Drowned In Sound meets Johnny Marr & Nile Rodgers – “The greatest artistic motivator in music is jealousy”

From Drowned In Sound:

The term “legend” is frequently tossed around with the carefree abandon of a Frisbee on a Spanish beach. However, there are certain times where it also seems inadequate to praise the true giants of their genre. And so, myself and Simon Catling were practically beside ourselves in June at Manchester’s excellent Parklife festival when we were offered the opportunity to sit and talk guitars, music and collaborating with two icons of late twentieth-century guitar playing: Johnny Marr and Nile Rodgers.

Nile Rodgers is the pioneer of innovative, multi-layered guitar parts acting as true counterpoints to the unique and era-defining melodies and grooves of Chic. He followed this with a tremendously successful producing career. Johnny Marr should equally need little introduction: conjurer of subtle, intellectual and beautiful tapestries of guitar sound (Or “guitarchestra” as he terms it during the interview) in creating the timeless sound of The Smiths, as well as countless playing and production credits with Modest Mouse, Electronica, The Pretenders and The Cribs amongst them.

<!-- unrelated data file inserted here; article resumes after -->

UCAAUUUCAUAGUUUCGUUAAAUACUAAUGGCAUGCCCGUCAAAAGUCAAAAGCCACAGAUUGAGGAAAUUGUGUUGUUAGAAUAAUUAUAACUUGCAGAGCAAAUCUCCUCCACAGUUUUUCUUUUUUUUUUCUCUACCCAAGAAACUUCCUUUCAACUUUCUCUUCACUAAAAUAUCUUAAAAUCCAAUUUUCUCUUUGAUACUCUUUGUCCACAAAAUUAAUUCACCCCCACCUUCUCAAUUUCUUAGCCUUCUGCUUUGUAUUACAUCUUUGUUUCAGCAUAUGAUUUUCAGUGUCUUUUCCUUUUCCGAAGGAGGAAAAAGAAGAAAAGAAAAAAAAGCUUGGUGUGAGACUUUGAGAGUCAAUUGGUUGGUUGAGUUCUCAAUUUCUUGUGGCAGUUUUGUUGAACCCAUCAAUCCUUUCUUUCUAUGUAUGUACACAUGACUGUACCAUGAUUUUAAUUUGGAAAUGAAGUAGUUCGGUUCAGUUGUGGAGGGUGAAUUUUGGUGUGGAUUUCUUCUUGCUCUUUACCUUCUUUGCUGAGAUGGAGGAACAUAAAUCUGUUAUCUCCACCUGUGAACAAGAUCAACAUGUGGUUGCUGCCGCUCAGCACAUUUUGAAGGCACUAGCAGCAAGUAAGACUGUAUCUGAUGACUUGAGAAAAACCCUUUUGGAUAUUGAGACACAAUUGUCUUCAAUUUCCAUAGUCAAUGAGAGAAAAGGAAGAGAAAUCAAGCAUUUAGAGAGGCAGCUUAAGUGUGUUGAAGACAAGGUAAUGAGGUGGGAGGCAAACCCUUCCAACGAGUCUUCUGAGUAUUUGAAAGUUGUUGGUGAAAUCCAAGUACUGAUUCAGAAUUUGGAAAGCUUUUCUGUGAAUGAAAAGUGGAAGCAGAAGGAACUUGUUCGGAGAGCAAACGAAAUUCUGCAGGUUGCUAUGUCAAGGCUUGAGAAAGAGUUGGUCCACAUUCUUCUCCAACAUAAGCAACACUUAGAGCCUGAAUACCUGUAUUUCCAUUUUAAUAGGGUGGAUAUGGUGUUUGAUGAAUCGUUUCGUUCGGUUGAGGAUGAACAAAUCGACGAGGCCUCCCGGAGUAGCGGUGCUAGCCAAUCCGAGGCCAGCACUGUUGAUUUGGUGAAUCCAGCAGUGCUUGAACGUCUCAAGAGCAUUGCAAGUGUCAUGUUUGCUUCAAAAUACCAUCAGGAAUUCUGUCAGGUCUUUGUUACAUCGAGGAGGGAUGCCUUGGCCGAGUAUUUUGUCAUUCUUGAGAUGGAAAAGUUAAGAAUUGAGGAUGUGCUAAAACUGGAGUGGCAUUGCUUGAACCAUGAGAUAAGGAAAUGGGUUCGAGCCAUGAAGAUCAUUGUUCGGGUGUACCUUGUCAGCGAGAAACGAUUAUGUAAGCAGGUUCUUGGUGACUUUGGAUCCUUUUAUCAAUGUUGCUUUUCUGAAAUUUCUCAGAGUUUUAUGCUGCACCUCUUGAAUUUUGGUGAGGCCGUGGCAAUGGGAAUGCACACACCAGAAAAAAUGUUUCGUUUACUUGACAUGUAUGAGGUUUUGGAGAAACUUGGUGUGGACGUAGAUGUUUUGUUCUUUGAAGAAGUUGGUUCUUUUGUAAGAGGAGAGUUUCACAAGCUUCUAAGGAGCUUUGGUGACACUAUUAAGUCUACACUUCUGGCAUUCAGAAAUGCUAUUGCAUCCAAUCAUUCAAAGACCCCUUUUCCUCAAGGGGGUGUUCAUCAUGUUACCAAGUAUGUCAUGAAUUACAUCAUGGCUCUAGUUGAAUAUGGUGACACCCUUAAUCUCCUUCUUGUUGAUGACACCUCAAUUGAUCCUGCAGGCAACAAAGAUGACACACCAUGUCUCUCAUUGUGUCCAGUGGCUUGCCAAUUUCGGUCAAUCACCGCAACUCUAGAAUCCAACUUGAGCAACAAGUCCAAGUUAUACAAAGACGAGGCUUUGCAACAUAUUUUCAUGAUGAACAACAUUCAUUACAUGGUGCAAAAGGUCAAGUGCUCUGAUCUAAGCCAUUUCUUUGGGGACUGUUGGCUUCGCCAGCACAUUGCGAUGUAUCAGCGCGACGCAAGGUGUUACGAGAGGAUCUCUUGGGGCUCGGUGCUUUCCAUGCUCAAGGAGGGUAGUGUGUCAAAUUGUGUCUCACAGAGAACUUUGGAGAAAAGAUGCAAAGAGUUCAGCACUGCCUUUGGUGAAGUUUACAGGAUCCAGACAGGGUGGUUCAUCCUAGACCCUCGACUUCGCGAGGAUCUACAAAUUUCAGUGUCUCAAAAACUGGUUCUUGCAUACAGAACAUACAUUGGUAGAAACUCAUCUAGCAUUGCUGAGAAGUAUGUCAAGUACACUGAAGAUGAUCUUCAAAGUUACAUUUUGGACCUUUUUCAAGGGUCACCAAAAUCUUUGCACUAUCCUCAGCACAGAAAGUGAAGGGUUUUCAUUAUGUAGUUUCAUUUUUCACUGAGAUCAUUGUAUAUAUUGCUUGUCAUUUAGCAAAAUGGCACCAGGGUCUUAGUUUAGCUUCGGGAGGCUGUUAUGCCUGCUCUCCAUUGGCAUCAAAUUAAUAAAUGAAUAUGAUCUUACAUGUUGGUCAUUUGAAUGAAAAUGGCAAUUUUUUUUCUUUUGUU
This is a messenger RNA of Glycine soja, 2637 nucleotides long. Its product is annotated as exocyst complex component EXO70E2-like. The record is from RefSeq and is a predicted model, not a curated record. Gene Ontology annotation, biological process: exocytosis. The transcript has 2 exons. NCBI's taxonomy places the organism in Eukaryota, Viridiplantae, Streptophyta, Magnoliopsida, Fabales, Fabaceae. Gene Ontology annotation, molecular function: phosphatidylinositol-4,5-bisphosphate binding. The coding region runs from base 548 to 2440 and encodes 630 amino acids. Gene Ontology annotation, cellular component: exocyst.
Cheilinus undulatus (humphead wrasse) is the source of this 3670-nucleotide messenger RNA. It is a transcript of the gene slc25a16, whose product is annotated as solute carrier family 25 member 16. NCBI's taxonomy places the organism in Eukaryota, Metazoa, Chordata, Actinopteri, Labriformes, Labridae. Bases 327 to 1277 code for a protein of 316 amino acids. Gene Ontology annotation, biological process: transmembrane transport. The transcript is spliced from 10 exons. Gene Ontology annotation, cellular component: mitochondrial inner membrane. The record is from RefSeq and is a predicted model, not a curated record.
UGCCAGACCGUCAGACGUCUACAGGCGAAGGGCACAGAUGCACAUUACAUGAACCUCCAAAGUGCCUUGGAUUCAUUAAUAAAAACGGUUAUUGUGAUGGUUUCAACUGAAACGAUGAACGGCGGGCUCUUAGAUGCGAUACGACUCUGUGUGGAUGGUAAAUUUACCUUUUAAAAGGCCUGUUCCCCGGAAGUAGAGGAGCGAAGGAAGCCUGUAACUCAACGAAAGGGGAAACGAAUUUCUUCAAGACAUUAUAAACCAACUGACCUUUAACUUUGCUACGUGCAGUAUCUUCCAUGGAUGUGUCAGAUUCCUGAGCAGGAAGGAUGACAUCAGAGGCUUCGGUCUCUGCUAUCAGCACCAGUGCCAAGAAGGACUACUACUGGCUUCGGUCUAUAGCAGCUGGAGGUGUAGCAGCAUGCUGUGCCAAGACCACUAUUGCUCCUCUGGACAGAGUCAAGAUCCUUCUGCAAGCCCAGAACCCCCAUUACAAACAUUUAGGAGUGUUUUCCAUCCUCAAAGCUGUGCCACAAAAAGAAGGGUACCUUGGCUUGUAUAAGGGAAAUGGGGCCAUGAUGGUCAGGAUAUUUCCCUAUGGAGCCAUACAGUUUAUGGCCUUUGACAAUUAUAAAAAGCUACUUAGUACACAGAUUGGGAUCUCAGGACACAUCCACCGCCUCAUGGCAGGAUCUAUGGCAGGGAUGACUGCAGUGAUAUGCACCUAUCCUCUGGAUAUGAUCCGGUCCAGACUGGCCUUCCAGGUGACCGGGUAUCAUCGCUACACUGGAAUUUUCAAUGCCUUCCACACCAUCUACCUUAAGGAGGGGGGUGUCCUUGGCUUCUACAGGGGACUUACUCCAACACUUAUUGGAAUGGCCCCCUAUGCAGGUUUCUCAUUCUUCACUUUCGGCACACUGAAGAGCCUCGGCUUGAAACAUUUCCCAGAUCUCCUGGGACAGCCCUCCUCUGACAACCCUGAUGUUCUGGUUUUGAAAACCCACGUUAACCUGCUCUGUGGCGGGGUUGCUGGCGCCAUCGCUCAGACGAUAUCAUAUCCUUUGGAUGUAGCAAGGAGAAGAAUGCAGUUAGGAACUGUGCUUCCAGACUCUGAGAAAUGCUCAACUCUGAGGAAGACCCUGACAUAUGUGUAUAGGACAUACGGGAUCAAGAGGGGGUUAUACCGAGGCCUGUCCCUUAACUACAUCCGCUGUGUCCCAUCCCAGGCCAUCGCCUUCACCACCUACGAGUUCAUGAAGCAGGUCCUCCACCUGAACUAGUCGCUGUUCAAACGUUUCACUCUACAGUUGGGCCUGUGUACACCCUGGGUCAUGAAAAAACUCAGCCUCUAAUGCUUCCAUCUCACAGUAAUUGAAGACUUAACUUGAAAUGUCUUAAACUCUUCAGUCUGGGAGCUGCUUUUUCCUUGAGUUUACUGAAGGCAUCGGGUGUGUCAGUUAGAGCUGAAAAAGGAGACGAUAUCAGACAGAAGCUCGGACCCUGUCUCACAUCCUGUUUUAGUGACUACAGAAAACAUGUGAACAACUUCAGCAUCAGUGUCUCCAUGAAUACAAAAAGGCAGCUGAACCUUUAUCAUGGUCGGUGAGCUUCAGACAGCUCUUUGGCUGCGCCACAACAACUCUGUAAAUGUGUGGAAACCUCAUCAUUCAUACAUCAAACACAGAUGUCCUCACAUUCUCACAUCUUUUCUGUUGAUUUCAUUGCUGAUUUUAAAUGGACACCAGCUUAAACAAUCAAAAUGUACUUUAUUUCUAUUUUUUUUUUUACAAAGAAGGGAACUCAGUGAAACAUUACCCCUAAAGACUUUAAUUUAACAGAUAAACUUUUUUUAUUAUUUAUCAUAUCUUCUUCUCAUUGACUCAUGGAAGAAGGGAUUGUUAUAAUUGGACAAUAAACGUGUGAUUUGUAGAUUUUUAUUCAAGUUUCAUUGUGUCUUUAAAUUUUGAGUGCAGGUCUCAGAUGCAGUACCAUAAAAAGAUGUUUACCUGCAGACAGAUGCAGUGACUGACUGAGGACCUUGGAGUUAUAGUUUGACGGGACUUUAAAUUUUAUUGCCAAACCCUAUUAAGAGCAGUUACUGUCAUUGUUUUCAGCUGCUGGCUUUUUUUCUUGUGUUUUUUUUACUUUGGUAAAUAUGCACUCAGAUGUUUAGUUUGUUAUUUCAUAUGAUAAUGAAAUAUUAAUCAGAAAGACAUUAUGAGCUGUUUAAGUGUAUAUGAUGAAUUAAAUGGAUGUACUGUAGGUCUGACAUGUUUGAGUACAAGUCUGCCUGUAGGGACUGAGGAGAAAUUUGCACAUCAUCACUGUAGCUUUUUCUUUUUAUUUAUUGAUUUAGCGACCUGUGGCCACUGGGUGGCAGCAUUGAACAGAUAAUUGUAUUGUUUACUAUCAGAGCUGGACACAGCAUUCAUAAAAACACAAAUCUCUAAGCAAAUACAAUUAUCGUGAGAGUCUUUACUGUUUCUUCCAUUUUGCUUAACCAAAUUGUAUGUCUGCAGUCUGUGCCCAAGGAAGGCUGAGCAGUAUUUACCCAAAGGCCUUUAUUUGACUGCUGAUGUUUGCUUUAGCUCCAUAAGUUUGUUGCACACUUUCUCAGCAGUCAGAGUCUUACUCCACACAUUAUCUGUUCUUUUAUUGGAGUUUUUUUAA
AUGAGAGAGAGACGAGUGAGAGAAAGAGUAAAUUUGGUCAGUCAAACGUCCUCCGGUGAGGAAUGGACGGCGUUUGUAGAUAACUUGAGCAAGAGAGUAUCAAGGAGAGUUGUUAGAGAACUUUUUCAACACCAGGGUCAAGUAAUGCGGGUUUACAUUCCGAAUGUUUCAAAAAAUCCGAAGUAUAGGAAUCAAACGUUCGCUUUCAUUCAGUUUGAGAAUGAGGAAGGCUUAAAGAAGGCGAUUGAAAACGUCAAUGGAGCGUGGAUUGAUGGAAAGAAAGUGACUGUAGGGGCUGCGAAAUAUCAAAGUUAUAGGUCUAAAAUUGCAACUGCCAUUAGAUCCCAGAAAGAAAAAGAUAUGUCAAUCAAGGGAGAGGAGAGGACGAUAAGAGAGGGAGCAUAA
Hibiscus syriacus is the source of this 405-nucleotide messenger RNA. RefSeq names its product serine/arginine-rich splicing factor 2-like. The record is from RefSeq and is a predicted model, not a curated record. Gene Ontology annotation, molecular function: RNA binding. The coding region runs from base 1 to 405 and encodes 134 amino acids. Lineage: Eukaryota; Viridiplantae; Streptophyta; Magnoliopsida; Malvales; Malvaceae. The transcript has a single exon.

Earlier in the day, Marr joins Chic on stage during their blisteringly tight Saturday afternoon set, adding a terrific series of driving, taut and deftly interwoven rhythmic guitar lines that mesh perfectly with Nile’s chopped, funky and intoxicatingly melodic lines. The band are tremendous; a unisex wall of intense playing and supreme musicianship, seeing classics like ‘Le Freak’, ‘He’s The Greatest Dancer’, ‘I Want Your Love’ and ‘Good Times’ enthusiastically received by the sell-out crowd. But the arrival on stage of Marr – a hometown hero – brought one of the biggest cheers of the day from the mainstage crowd.

After the show, we’re originally offered ten minutes with the duo, but the interview quickly develops into a glorious 45 minutes of friendly, witty and fascinatingly enlightening chat at the top of the press centre bus, with Rodgers coming over as one of the most likeable, witty and enthusiastic people I’ve ever met: laughing loudly, slapping his leg and frequently taking thirty seconds to mime and vocalise songs, riffs and drum fills – the guy clearly loves music. And Marr is equally fascinating to listen to and speak to: intelligent, profound and full of tantalising glimpses into the mind of one of the most influential guitar players to ever pick up the instrument. But more than anything, it’s obvious and touching just how much respect and admiration he has for the music and influence of Rodgers: not only on his playing style, but also on his whole approach to music, production and collaboration.

And so, we kick off an interview with such lines as “When I was playing with Bowie” and “When we were recording ‘There is a Light that Never Goes Out’” mentioned almost as casual asides.

DiS: To kick off with the obvious question, what brought you together as musicians; what was the mutual attraction?

Nile Rodgers: Well, when the dude names his son after you, you’ve got to, really! (laughing)

DiS: Really?

NR: Yeah, it’s an amazing story